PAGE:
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CNC is a great blessing! I started out with dumb machine tools and a lot of jig making. You get locked into your mistakes just because of the time it takes to correct them. In the long run CNC is a cheaper way to go and makes the inevitable adjustments to your designs a piece of cake, which means you will actually do them. I have a 20 year old gantry router with a good VFD spindle that happily runs up to 24000 rpm. I do most of the woodwork and nearly all the metal work on it, including cutting out my current reed shoes ( used to punch them out with sets of dies that had to be changed for each size that I made myself on the dumb machines, but would have cost me around 30 grand to have them made for me. ). I cut a lot out of .093 inch hard brass sheet which it has no problem with. Long as you get your feeds and speeds right the machine has no difficulty with it. It is remarkably accurate and repeatable. There are so many more choices now for machines and software at all levels. Do some research. You can do so much more with a single CNC machine, but you do need to learn about machining a bit, especially if you work in metal. Having a good machinist friend never hurts! Saves a lot of broken cutters.

Dana

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We have 2 Haas V F 's ' super machines with great after sales service. All the machines are modular in that spares are interchangeable across the range We used to have a Cincinati ran well until they went bust then £70,000 down the drain as it became difficult to maintain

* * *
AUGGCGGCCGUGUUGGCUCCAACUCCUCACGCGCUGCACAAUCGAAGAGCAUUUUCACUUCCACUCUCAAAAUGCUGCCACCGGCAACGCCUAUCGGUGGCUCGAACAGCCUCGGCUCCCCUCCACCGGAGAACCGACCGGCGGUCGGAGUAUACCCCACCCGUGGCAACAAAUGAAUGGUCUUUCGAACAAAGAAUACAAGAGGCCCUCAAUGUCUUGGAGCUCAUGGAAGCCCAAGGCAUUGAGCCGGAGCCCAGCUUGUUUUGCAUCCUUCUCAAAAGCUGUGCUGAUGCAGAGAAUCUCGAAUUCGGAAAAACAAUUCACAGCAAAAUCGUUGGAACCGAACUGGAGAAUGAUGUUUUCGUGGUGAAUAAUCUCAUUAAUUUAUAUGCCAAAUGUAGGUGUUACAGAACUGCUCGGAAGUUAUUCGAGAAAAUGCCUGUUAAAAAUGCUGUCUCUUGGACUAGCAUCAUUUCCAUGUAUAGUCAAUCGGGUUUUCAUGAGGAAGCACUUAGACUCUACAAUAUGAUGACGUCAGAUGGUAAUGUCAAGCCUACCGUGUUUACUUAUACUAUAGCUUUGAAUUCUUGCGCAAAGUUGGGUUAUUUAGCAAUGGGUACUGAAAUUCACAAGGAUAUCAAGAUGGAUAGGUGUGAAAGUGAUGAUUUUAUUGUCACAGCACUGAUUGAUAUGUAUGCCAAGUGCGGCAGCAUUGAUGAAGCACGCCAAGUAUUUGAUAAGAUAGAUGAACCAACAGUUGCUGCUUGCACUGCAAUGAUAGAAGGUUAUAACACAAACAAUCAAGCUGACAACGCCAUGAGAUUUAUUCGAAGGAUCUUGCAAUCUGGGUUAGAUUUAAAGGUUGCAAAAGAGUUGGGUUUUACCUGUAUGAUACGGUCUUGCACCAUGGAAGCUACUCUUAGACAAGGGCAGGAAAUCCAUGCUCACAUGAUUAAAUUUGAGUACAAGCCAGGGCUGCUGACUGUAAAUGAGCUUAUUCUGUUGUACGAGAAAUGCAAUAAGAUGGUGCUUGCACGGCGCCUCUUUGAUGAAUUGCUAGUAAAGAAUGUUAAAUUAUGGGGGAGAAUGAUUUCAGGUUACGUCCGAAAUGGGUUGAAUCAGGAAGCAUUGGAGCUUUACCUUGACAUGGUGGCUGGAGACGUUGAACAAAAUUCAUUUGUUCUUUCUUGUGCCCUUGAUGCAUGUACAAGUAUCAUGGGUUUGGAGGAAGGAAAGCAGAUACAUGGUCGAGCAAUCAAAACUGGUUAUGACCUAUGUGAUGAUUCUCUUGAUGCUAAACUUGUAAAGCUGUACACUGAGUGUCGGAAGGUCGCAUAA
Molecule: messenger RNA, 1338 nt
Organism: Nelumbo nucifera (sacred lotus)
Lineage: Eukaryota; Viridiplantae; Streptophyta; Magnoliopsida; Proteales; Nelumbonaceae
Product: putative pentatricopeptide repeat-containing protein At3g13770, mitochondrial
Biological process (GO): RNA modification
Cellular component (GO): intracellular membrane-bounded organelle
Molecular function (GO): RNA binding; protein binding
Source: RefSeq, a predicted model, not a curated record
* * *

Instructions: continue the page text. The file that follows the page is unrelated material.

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  • 2 weeks later...

Yes, CNC is by far the best way to go: But, if you have a Mac. computer and don't have a CNC driver program for it, there apparently is not one, then a very nice router jig can be made that approximates the Lachenal/Wheatstone instrument.

 

You need

 

four lineal rails and bearings,

a 4" rotary table,

a 6" X 6 x 1/4 sheet of alloy, or hard wood

solid stand capable of positioning a dremel

a long screw to move the dremel up and down in the mill jig (it is possible to purchase a small alloy mill made especially for dremel from ACARA industries).

12 inches of 2mm brass rod

 

Mount the rails to form a 2 axis table with the top rails mounted to the lineal bearings of the 1st set below

the alloy / hard wood plate is screwed to the lineal bearings of the on top rails.

the rotary table is fitted on top of the alloy plate

All is positioned under the dremel mill which uses the screw to adjust cutting height

A brass rod pointer is fixed to the frame of the mill at right angles to the travel of the rotary table along the top rails to gauge the angle of cut when the rotary table is turned under the router bit

 

The reed place is screwed to the rotary table

 

When the table is moved under the dremel router bit, the bearings' preload means the pressure is constant and allows for an even cut.

 

he piece is moved by hand pressers, and can be very accurate and fast when one gets the hang of it (about an hour a reed pan, both sides)

 

I have made a number of reed plates this way. The first two were not too good (Chris Ghent can vouch for this, he saw my first effort recently) but the later ones are as good as Lacunal could produce.

 

I am happy to upload a photo, but unfortunately am out of space. Anyone who would like a photo of the jig, please email.

 

But a CNC is much better, much faster, and much more can be done with it, e.g., cut the end plates, my method is for cheap skates and Mac desperadoes.

 

David